Insight: Love it or hate it, natural gas is likely here to stay.

Source: By Kyra Buckley, Houston Chroncile • Posted: Tuesday, June 28, 2022

A flare burns at Venture Global LNG in Cameron, La., on Friday, April 21, 2022. The new facility, which exports liquefied natural gas, is one of several like it along the Gulf Coast — and there are proposals for several more in Louisiana and Texas.
A flare burns at Venture Global LNG in Cameron, La., on Friday, April 21, 2022. The new facility, which exports liquefied natural gas, is one of several like it along the Gulf Coast — and there are proposals for several more in Louisiana and Texas. Martha Irvine, STF / Associated Press

With gasoline prices hitting record highs this year, a lot of focus has been put on domestic crude oil production – namely, by President Joe Biden, who has called on companies to increase drilling and expand refining capacity to boost supply and lower costs.

But Houstonians are feeling the pain beyond the gas pump. And it’s coming every month when utility bills arrive.

Most electricity is generated from natural gas, which at more than $6 per million British thermal units, is three times the price Americans were paying in 2019. And it’s been worse. Earlier this year, natural gas was trading near $9 per mmBtu.

“Costs are rising for all of those industries that use gas, and it’s contributing to inflation,” said Jim Krane, energy fellow at Rice University’s Baker Institute. “It’s making it more expensive to heat and cool our homes, and dry our clothes, or take a shower and everything else.”

Natural gas, often a byproduct of oil drilling, is priced high pretty much everywhere in the world. The global nature of energy is one of the reasons why U.S. oil and gas companies (or the president, for that matter) don’t have that much control over prices.

Not so long ago, the U.S. natural gas market was mostly a domestic one. That changed in 2016 when the U.S. began exporting LNG, liquefied natural gas, or natural gas that’s been cooled down for travel.

Moscow’s invasion of Ukraine especially put pressure on natural gas prices over fears that Russian gas would be essentially lost to the market. In 2021, Europe got 40 percent of the gas it consumed from Russia.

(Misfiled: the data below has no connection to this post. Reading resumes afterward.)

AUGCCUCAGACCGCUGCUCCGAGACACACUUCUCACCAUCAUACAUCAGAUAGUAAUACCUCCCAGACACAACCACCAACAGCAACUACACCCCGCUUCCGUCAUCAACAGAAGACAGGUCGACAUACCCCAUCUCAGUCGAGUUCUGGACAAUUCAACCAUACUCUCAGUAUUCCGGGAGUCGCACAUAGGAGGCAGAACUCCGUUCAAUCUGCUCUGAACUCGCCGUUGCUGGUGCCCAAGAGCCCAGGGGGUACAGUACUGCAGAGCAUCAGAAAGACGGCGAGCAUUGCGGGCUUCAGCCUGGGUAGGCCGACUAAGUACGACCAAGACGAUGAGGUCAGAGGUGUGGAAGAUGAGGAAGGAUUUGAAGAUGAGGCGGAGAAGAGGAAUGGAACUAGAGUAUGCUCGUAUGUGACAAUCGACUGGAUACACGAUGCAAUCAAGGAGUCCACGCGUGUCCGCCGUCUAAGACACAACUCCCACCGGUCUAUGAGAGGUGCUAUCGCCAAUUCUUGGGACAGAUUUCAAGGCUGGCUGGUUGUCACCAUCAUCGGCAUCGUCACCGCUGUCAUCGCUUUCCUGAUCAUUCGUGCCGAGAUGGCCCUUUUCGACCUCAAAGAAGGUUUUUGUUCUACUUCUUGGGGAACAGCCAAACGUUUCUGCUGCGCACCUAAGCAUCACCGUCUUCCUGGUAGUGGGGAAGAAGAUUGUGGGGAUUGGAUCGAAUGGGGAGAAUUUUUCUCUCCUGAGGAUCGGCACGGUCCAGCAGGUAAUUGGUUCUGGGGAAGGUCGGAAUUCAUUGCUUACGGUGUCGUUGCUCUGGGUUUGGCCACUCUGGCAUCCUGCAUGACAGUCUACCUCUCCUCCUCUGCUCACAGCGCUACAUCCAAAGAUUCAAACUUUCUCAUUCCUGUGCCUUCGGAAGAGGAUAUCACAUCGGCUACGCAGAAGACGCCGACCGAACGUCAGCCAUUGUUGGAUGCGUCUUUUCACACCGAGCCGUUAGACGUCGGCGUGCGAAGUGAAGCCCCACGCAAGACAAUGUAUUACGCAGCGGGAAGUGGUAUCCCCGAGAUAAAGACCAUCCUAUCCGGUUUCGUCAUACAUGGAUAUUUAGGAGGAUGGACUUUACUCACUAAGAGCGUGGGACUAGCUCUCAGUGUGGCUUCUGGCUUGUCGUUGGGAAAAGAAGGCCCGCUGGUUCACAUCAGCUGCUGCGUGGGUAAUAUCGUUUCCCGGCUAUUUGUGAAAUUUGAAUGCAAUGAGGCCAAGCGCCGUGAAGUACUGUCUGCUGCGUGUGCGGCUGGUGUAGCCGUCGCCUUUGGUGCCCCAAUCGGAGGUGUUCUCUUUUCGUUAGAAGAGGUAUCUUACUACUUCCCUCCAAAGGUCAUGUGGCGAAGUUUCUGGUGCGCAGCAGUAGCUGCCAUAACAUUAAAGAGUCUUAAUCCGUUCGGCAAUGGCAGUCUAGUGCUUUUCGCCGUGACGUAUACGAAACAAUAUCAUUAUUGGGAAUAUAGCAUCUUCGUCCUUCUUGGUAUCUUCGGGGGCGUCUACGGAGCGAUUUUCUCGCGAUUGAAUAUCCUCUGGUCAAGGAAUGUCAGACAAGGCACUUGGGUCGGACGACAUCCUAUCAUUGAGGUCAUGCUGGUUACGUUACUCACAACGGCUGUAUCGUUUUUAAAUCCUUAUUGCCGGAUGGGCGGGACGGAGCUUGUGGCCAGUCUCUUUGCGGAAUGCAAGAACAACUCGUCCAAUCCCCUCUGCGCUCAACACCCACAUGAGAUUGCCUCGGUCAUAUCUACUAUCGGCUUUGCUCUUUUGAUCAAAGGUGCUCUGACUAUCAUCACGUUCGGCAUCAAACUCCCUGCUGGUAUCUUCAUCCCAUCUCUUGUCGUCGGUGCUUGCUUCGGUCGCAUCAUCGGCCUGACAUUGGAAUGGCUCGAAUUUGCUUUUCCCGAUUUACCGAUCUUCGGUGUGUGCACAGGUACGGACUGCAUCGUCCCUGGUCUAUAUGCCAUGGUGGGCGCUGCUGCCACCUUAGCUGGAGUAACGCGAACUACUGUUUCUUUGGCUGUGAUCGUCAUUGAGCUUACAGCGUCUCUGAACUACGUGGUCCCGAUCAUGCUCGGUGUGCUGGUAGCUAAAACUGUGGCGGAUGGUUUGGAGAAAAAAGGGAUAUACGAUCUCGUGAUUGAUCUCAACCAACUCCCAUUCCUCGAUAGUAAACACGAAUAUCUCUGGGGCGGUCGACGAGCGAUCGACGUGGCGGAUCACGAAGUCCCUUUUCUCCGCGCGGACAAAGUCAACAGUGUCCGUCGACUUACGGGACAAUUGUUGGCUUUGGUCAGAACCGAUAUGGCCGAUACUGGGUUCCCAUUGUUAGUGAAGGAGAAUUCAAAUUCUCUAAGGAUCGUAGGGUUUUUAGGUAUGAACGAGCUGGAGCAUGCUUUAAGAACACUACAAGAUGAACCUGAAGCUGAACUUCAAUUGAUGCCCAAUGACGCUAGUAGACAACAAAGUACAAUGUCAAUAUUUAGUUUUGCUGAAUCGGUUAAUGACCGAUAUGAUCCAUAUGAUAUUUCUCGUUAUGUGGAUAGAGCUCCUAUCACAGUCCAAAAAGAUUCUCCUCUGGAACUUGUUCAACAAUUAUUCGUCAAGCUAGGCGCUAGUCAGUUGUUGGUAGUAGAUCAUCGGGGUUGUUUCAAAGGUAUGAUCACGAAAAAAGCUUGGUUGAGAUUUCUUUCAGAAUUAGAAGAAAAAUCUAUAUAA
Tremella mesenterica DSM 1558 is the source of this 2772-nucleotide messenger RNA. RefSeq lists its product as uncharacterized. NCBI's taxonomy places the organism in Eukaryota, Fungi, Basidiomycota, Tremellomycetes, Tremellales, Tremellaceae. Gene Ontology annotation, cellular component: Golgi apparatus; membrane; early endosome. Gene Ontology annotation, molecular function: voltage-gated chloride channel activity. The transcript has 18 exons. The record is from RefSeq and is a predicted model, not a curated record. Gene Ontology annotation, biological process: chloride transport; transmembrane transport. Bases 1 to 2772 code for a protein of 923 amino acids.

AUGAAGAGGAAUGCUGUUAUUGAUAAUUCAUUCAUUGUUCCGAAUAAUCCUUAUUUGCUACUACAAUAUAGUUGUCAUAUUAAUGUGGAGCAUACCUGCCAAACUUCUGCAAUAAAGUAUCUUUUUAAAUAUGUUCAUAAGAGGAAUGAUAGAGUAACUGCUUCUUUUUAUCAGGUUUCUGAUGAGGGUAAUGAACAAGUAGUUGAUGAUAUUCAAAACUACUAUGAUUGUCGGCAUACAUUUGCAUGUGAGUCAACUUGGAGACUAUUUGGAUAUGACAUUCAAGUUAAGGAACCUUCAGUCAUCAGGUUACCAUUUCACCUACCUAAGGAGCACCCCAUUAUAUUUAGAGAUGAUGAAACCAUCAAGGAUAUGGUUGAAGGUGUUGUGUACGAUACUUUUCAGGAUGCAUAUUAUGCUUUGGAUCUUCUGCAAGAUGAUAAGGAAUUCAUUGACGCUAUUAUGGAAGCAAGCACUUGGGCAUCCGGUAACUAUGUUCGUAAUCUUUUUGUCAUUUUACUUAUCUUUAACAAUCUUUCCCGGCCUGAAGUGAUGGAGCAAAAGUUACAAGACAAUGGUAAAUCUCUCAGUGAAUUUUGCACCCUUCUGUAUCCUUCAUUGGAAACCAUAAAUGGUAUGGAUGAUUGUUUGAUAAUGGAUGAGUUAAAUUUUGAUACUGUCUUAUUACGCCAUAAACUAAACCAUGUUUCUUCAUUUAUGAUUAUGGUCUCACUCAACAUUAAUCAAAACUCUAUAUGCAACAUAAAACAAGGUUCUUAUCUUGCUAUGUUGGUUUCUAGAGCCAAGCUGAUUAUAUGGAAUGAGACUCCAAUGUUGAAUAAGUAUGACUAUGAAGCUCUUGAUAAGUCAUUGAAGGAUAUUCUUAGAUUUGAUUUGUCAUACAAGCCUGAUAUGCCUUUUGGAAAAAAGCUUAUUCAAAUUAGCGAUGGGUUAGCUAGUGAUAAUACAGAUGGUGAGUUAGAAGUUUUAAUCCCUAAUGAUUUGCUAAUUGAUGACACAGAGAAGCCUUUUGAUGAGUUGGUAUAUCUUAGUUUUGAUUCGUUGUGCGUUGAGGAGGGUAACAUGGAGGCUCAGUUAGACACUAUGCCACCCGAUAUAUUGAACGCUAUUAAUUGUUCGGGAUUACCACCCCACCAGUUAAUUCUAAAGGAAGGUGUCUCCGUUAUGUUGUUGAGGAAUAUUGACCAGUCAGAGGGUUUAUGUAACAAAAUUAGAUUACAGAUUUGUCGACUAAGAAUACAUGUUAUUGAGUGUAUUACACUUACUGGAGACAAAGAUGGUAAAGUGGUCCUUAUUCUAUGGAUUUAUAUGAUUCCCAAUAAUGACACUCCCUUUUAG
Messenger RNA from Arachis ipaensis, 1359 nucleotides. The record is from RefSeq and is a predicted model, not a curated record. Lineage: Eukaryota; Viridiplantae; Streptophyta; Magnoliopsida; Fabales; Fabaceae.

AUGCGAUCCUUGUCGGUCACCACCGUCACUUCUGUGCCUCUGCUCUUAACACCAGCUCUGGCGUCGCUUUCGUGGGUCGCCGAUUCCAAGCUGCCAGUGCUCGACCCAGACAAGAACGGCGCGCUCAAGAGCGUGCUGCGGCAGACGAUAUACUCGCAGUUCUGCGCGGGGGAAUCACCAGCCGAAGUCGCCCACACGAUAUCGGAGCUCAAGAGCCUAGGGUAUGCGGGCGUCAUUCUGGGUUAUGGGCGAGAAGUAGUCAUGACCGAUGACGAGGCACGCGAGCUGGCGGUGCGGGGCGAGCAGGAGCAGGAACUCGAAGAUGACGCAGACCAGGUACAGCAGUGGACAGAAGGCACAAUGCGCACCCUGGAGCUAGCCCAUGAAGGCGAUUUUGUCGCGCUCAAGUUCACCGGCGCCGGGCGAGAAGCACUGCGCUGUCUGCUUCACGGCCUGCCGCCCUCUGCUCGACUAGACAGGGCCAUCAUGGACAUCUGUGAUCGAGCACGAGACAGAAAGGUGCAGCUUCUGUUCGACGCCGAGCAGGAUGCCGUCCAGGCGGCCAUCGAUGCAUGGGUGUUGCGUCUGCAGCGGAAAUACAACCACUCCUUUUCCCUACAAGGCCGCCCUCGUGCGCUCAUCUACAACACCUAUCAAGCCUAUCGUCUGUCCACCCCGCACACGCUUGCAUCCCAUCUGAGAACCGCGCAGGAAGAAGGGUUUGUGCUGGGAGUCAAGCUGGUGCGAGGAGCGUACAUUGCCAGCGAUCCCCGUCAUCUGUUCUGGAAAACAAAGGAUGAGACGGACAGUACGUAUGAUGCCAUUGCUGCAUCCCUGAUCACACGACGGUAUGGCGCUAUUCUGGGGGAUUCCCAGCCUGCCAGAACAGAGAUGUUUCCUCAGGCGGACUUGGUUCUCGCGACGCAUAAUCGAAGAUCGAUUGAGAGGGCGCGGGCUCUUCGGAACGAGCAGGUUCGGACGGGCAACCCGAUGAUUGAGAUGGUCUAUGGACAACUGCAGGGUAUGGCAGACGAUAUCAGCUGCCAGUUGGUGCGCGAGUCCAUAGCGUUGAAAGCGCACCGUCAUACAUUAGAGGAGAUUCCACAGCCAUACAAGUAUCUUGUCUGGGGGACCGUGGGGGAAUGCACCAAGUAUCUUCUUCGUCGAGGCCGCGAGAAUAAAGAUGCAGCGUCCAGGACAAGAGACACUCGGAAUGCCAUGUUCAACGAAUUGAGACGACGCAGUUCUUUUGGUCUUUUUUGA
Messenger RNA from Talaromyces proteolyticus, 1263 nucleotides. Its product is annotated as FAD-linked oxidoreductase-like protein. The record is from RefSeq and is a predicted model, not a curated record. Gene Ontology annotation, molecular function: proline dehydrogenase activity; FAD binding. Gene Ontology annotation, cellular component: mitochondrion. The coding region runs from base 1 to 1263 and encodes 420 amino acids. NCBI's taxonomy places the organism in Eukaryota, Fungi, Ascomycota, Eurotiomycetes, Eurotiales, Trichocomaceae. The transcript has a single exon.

But, you may ask, isn’t the world moving away from fossil fuels and toward renewable sources of energy, which advocates say will eventually lower consumer costs?

Energy companies say that transition will take decades, and argue that oil and gas will still be needed after 2050.

Also, concerns about near-term fuel shortages from the war has not only forced prices up, but also has caused many countries to reduce their focus on fighting climate change to secure enough oil and gas to try to hold down prices and inflation.

This time is different

Traditionally a price surge has also spurred increased production, but this time is different. Public companies are heeding investor calls for more disciplined growth and robust shareholder returns, meaning they’re sticking to production plans and not rapidly increasing output to chase high prices.

Instead, companies are racing to build or expand LNG processing and export terminals, primarily along the Gulf Coast.

“We are exporting between 10 and 15 percent of our domestic gas production now, so that’s a big chunk flowing overseas,” Krane said. “And so that means we’re not putting that much gas into storage for next winter when we’re really going to need it.”

The demand for gas, once the poor cousin to oil, is reflected in recent dealmaking. Two of the biggest energy business deals in the first quarter of the year were related to gas utilities, according to consulting firm Ernst & Young.

J.P. Morgan Chase’s Infrastructure Investments Fund spent $7.6 billion to acquire a gas utility from South Jersey Industries. The infrastructure fund for insurance company Ullico paid $690 million to add a large-scale gas utility from Dominion Hope Gas to its portfolio.

“What we’re finding is that there is a growing confidence in the natural gas distribution companies, and that growing confidence is that there is potential for growth in those businesses for the long run,” said Miles Huq, a partner at Ernst & Young.

Some government officials and environmental advocates worry that the expansion of natural gas pipelines, storage and processing will lock the next generation into using fossil fuels when scientists say most oil and gas reserves need to stay in ground to avoid the most catastrophic effects of climate change. Companies tout natural as a bridge to a lower carbon world because it displaces far dirtier coal for electricity generation, but environmentalists say natural gas is still destructive to the climate.

In recent years, the image of natural gas as a bridge fuel was sullied by the large amounts of the potent greenhouse gas methane spewed into the atmosphere by oil and gas production. But as governments around the world react to short supplies and soaring prices, it appears natural gas has won its place in the transition to lower carbon fuels. And barring a major shift in the global energy system, it’s here to stay for decades to come,